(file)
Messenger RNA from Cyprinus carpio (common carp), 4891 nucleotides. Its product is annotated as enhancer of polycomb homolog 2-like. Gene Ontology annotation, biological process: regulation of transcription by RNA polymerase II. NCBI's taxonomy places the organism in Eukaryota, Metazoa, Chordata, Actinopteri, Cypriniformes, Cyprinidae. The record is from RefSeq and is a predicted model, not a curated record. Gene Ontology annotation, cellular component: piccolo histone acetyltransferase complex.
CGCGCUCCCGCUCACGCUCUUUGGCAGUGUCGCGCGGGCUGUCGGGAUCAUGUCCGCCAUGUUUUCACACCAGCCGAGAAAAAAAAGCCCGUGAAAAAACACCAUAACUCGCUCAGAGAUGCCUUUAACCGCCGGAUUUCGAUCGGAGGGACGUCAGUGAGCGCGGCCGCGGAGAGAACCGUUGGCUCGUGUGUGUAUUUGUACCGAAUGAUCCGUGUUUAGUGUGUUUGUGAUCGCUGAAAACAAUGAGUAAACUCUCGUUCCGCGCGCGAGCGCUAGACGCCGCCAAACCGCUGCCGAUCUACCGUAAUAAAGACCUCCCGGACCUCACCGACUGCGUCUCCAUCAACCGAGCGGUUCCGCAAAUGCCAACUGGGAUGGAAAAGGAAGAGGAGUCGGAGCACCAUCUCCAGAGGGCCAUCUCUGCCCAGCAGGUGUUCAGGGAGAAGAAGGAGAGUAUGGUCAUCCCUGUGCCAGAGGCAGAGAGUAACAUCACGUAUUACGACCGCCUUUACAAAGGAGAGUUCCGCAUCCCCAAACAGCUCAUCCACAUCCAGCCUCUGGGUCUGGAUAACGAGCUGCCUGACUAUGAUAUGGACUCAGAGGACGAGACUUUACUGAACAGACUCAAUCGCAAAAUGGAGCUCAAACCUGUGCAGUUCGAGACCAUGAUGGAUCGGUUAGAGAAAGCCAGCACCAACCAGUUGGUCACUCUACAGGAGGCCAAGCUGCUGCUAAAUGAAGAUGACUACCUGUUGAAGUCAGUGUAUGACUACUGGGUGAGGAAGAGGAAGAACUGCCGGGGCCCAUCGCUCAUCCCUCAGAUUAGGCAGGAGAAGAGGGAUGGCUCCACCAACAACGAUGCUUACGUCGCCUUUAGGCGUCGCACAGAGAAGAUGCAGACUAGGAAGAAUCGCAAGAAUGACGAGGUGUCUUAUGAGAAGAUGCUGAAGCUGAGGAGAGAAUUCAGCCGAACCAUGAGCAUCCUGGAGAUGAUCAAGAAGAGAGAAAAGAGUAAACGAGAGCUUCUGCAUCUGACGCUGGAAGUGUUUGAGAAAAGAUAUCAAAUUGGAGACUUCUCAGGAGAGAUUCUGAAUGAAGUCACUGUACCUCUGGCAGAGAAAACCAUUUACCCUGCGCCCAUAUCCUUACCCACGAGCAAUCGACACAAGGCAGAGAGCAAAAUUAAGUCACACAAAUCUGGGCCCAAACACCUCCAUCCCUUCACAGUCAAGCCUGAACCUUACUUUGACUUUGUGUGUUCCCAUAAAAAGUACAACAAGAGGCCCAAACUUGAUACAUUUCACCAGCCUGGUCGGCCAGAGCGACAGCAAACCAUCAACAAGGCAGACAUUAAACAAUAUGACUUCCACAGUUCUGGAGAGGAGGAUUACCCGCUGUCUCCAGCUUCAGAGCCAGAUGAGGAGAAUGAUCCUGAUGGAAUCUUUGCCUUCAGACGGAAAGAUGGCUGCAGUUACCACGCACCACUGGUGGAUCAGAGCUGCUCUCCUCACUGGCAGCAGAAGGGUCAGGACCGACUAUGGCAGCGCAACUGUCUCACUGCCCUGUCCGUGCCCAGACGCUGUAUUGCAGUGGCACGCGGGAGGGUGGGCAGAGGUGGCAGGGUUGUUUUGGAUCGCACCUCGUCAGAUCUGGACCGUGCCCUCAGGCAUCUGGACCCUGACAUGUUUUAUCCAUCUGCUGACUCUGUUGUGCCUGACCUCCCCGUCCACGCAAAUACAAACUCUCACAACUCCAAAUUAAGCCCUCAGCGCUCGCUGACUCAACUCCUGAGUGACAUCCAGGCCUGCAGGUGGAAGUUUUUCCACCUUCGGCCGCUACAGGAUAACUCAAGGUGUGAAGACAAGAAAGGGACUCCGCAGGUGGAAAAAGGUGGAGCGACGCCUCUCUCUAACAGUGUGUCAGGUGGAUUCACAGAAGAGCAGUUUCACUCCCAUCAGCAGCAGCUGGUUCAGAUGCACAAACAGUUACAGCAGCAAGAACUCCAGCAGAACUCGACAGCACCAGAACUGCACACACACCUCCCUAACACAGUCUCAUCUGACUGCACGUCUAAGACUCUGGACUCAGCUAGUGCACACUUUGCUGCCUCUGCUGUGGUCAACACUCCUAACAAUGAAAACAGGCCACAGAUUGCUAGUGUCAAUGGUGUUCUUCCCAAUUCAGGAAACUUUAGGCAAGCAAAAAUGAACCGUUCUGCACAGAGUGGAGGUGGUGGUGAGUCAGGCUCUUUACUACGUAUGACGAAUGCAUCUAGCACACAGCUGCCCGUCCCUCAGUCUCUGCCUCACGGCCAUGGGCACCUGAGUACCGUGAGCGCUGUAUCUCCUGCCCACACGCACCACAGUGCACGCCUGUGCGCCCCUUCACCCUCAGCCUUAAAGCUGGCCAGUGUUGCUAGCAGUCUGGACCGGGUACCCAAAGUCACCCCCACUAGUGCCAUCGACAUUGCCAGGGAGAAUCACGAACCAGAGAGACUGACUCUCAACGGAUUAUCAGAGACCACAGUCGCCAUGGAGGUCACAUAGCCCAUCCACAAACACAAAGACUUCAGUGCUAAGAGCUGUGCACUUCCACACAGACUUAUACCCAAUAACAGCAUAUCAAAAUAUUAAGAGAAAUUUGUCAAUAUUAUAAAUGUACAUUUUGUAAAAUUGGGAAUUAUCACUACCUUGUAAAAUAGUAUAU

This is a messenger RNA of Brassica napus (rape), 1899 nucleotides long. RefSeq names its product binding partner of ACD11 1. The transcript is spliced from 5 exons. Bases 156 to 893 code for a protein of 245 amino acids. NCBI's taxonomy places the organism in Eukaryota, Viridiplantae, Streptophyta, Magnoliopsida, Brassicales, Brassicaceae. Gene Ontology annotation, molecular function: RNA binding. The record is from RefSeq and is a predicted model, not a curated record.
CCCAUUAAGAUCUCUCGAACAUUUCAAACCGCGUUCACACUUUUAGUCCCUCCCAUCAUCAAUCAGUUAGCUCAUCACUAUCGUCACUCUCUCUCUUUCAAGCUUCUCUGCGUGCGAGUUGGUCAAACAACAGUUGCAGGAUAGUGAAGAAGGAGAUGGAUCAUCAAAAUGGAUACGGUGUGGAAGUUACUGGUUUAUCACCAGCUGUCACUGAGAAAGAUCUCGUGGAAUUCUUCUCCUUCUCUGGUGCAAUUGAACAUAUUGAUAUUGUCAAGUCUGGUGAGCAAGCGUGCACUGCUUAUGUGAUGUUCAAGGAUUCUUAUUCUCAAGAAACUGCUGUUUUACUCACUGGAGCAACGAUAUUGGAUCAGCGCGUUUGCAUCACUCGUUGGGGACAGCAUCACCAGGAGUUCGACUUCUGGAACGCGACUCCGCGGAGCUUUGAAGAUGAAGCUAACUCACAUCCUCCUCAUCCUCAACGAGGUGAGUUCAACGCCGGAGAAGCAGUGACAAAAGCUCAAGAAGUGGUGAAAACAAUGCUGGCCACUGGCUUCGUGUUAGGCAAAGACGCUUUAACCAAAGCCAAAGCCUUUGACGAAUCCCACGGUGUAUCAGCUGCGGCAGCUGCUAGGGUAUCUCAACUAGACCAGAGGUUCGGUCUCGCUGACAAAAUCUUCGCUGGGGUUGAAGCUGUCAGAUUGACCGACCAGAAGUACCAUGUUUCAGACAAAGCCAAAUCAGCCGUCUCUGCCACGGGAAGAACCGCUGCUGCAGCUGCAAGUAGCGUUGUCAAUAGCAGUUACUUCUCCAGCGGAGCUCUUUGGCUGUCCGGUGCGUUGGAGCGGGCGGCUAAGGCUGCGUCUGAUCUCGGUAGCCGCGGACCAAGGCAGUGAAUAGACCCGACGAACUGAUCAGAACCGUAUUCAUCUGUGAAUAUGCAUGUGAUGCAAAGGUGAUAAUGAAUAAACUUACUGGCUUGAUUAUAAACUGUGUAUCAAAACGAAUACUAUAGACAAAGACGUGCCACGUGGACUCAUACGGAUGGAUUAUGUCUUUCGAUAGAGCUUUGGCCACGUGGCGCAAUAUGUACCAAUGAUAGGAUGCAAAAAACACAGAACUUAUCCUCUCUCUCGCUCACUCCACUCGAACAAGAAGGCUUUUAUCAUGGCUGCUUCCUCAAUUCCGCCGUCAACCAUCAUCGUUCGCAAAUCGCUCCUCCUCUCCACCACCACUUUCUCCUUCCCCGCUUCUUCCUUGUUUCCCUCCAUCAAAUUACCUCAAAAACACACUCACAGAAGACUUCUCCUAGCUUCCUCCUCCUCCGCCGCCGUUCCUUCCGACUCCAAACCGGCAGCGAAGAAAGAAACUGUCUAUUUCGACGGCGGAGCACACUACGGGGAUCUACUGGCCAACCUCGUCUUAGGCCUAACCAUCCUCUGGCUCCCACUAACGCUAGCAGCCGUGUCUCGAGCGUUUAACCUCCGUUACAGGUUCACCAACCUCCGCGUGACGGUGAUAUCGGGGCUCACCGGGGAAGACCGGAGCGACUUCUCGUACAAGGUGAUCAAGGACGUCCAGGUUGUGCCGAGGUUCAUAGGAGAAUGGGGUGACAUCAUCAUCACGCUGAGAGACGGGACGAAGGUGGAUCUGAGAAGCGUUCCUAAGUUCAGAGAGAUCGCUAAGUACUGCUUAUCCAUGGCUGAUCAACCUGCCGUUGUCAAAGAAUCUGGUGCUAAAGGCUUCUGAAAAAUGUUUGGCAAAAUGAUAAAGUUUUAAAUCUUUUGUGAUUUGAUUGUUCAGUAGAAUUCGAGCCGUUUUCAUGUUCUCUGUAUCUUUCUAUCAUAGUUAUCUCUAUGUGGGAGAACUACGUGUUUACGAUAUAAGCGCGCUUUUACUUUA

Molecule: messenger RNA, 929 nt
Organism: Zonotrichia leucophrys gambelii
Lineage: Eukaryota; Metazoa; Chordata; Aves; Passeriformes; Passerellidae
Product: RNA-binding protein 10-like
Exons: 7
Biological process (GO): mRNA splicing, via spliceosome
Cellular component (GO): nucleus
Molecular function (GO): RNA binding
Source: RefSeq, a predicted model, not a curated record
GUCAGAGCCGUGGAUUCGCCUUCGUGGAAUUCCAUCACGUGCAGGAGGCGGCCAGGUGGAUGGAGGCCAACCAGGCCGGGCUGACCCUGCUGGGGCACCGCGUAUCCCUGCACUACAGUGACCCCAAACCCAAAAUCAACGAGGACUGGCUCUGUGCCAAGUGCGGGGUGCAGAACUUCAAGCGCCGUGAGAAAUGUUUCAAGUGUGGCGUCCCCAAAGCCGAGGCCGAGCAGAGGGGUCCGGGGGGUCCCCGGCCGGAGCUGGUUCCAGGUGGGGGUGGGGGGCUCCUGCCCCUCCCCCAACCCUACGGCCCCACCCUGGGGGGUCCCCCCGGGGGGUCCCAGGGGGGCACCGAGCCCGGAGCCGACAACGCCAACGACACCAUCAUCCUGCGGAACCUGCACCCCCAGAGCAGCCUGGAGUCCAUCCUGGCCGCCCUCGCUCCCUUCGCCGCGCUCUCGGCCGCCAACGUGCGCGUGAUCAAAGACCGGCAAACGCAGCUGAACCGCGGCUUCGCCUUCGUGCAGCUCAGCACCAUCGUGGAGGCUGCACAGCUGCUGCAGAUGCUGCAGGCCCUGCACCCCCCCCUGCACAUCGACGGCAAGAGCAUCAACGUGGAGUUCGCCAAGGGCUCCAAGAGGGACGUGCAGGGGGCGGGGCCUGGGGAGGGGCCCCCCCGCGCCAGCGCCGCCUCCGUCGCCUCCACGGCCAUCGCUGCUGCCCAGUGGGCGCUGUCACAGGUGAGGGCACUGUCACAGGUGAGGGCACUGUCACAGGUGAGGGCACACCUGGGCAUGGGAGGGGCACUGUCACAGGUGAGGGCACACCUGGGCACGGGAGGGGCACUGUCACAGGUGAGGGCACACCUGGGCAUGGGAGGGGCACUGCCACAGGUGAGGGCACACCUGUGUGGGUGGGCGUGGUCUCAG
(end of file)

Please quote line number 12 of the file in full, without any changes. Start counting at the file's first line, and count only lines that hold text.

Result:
Molecular function (GO): RNA binding